Банкеръ Weekly

Briefs

DEBT-FOR-EQUITY SWAP OFFERED TO THE CREDITORS OF BALKAN

Administrators appointed to help resolve a dispute over debt-laden Balkan Airlines offered a debt-for-equity swap to creditors last Tuesday which may help get the grounded airline back in the air, Reuters informed.
Transformation of debt owed to some creditors into equity has been offered as a possibility for the rehabilitation of the airline but a strategic investor is also needed, administrator Vladimir Petkov told Reuters.
The creditors are to take a decision on the proposed swap. The executive director of insurer Bulstrad, one creditor, said the debt-for-equity scheme could offer Balkan a respite.
At the first meeting of the creditors with a judge held the same day, the administrators published Balkan's balance sheet showing liabilities of 247 million levs ($113 million) versus total assets of 150 million levs.
Balkan's dues include 65 million levs owed to the state and 56 million to Balkan Airlines Holding BV, a Dutch registered company of majority holder, Israeli firm Zeevi Holdings.
The airline also owed some $11 million to Bulstrad, which is controlled by Dutch-based TBI-holding, and about four million levs to Bulgaria's biggest oil refinery LUKoil Neftochim .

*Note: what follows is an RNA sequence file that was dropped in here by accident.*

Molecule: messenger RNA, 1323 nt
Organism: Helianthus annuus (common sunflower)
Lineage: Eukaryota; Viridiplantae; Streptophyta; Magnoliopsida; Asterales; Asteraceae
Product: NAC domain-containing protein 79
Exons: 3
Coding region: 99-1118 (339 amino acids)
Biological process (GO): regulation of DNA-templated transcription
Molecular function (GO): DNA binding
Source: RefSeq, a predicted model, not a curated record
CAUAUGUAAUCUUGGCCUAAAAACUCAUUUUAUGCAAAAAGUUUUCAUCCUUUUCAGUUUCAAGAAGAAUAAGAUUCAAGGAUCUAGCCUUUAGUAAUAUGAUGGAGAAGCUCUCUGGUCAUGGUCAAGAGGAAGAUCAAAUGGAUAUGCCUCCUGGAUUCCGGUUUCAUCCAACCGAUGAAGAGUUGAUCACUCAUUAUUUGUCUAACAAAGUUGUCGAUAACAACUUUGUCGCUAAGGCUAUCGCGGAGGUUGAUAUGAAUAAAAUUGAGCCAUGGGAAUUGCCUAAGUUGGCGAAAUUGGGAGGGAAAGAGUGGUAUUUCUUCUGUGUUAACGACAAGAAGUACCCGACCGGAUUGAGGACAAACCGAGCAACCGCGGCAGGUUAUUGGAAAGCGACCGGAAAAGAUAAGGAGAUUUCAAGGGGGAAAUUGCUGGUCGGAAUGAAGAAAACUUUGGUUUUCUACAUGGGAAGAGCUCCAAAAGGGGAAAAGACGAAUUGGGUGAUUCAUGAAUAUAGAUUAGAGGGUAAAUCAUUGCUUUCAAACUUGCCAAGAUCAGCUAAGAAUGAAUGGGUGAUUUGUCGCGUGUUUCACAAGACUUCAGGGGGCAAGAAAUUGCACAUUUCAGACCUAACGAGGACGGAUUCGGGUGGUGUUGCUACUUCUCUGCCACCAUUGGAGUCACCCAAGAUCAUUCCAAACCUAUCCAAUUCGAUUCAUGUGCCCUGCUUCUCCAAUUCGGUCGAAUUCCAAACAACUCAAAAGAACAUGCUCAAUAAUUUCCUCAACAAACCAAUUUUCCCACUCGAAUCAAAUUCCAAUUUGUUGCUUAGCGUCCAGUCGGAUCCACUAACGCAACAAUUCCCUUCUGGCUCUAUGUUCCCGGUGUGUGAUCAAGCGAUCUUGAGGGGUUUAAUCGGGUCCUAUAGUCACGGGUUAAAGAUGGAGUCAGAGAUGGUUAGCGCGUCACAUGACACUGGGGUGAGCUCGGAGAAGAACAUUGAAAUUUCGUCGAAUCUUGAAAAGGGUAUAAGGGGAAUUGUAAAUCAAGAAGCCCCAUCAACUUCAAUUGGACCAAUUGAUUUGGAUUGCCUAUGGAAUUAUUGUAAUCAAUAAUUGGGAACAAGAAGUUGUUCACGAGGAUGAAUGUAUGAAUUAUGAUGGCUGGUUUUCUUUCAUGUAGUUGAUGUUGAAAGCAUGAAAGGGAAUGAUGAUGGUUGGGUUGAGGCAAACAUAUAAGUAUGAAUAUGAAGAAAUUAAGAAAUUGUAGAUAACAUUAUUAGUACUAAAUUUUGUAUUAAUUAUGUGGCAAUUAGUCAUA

In February, the court placed Balkan in receivership after Bulstrad filed a claim seeking Balkan's insolvency. Insolvency claims were also filed by the global airlines body IATA, Sofia Airport and a local firm renting ticket offices to Balkan.
Balkan's loss surged from 9.3 million levs in 1998 to some 20 million levs in 1999 and to 68 million levs last year, administrators said.
Last month, the Transport Ministry withdrew Balkan's air operator certificate. On March 12 the Sofia City Court declared the airline unable to make payments and launched insolvency proceedings against it.The airline has been grounded since February 13 by Zeevi Holdings over a row with the government.
The row flared when Zeevi Holdings demanded $230 million from the government for what it alleged was the government's failure to meet its obligations under a 1999 agreement to sell 75 percent of Balkan to Zeevi. Zeevi said it had asked a Paris-based court to arbitrate on the claim. Bulgaria's Privatization Agency rejected the claim. Zeevi's lawyer Dimitar Danailov said Zeevi had appealed against the court ruling to launch insolvency proceedings against Balkan Airlines. When Zeevi bought the majority stake in the airline for $150,000 it pledged to pay Balkan's debts of $100 million and invest $100 million over five years, recalls Reuters.

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